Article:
Falun Gong – also known as Falun Dafa – was founded by Chinese spiritual leader Li Hongzhi back in 1992. On the surface, it was a variation of qigong, but with some fundamental differences. The highly moralistic Falun Gong practice eschewed the esoteric nature of many qigong practices. It prioritized wide accessibility and focused on self-fulfillment to achieve a purification of the body.
Curious, Mao traveled to a local Falun Gong center with her daughter the following morning, and bought Li’s teaching guide to the practice, Zhuan Falun. “I opened the book at home, trying to find ways to heal my illnesses in it,” she recalled in her Uplift blog. “The first thing I saw was Master Li’s photo and I felt that he looked so kind and familiar.”
After browsing through the book, Mao felt compelled to read it from the start, picking up on one important paragraph. “I do not talk about healing illnesses here, nor will we heal illnesses,” Li’s passage read. “However, as a genuine practitioner, you cannot practice cultivation with an ill body.”
The quote continued by promising, “I shall purify your body.” However, there was a stipulation, “The body purification will be done only to those who come to genuinely study… [Falun] Dafa. We emphasize one point – that if you cannot give up the attachment or that illness, we cannot do anything and will be helpless to you.”
With this in mind, Mao carried on reading the guide, but there was no way she could have predicted her amazing reaction to the text. “As this instant thought flashed, I noticed that the pain in my liver was alleviated immediately,” she recalled in her blog. “My mouth, which had been dry for a long time, became watery.”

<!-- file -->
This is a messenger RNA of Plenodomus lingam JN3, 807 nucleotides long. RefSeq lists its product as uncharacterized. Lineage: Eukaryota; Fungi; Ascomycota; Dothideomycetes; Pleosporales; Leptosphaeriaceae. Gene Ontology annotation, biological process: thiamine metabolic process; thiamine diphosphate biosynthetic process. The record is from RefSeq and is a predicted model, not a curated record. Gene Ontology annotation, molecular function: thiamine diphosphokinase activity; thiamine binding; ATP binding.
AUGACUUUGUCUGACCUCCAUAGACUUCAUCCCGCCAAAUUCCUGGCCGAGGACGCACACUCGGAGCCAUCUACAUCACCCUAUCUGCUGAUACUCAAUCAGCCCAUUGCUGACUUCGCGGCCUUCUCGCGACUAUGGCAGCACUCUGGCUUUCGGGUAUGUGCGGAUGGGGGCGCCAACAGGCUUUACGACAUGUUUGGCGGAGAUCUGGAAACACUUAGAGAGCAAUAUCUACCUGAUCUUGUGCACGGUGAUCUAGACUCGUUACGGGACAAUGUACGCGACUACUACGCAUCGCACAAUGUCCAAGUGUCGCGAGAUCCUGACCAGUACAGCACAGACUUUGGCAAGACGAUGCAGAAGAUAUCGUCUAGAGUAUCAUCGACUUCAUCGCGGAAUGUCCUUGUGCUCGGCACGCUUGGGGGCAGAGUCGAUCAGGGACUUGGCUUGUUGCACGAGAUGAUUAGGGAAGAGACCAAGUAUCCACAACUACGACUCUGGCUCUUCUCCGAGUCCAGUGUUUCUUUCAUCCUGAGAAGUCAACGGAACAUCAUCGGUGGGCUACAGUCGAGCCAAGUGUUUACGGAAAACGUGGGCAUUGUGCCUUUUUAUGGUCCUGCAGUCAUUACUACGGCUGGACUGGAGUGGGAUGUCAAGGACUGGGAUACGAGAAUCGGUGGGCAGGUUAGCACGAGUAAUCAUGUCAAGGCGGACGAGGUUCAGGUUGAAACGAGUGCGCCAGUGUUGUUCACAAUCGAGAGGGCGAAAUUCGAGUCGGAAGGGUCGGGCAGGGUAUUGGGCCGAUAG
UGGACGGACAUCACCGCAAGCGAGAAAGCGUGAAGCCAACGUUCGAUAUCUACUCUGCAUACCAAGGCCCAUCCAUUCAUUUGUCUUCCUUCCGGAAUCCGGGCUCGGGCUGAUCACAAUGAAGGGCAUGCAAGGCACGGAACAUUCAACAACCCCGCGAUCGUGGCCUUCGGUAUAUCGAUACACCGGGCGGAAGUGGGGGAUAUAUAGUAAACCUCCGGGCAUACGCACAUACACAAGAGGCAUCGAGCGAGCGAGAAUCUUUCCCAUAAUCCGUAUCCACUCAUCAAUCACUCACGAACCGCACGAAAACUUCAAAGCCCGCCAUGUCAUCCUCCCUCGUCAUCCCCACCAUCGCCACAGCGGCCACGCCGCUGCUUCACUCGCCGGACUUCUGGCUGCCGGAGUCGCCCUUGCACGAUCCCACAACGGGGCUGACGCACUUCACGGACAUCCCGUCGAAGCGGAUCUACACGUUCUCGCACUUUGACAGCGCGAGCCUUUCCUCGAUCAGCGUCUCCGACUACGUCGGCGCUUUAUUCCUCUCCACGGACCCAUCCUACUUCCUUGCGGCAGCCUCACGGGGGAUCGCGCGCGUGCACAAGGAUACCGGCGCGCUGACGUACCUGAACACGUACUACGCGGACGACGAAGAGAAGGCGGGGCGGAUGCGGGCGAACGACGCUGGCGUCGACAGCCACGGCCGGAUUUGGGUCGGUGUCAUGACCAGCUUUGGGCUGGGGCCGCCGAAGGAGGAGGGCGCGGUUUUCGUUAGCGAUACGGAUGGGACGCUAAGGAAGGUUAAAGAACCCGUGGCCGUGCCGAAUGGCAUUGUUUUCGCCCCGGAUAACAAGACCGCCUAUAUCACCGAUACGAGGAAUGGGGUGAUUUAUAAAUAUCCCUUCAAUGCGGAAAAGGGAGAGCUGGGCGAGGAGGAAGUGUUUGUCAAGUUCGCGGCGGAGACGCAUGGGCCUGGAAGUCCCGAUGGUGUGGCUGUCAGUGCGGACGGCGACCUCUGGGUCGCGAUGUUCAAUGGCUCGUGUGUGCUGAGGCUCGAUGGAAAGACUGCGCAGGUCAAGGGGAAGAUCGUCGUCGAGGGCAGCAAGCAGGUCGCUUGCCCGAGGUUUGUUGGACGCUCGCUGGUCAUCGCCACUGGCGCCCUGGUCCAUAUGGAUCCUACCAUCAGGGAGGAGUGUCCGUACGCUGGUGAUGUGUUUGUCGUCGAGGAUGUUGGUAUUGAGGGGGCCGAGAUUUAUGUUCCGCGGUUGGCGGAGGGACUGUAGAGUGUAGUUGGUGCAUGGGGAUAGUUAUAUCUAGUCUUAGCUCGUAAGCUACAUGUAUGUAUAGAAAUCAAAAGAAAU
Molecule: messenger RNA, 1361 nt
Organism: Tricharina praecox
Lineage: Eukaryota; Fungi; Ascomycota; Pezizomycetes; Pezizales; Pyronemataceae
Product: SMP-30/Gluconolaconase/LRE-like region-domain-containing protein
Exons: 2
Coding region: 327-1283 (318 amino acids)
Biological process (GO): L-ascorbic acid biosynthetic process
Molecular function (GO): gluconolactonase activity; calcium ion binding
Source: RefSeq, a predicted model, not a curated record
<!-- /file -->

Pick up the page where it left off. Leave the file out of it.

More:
Mao went on to reveal, “Every word in the book attracted me. I couldn’t put it down and had forgotten everything about curing my diseases. The more I read it, the better I felt.” Indeed, just a few weeks after she and Jin had started practicing Falun Gong, the pair received some incredible news.
About a month after she had started reading Zhuan Falun, Mao and her daughter went to the doctor for a routine general check up. But what the doctors found was quite extraordinary. As Mao recalled, “The result was that all the tests became normal. Those illnesses we suffered for years disappeared. What a miracle!” In fact, by October 1996, their health had recovered sufficiently that both were well enough to travel to the U.S. to join Ye.
Mao and her family eventually moved to Toronto, Canada the following year, where her story took another remarkable turn. As a consequence of her continuing ill-health, the mom had been unable to conceive a second child. However, after recovering from those issues, Mao managed to get pregnant again, delivering a healthy baby boy called Kevin in 1997.
Nonetheless, there were some cynical naysayers who viewed the family addition with suspicion. “When the news reached my hometown, none of my relatives could believe it,” Mao revealed in her blog. “Even now, they still think I adopted the boy.” Indeed, her relations were not the only ones wary of Li Hongzhi’s practices. Distrustful of the by-now widespread popularity of the philosophy, Falun Gong was banned by China in July 1999. This crackdown came along just after the student demonstrations which led to the infamous military showdown in Tiananmen Square. And the heavy-handed hardline government subsequently sent Falun Gong followers to labor camps for re-education.
In the eyes of the ruthless Chinese Communist Party, Falun Gong was a superstitious danger to the stability of society. Indeed, Li’s spiritual followers were eventually branded an “evil cult.” After almost two decades, the ban remains in place. Nevertheless, despite the controversy in her homeland, Mao has made quite the name for herself in North America. Nowadays, she advocates for the virtues of Falun Gong through her writings and public appearances.
Ultimately, the now 50-something Mao has one major ambition left. She wants to travel back to China to spread the word about Falun Gong and her remarkable recovery. Indeed, going from just having a year to live to a complete cure is quite a tale to tell. To some, the role of Falun Gong in Mao’s story remains a mystery, but to others it is a miracle.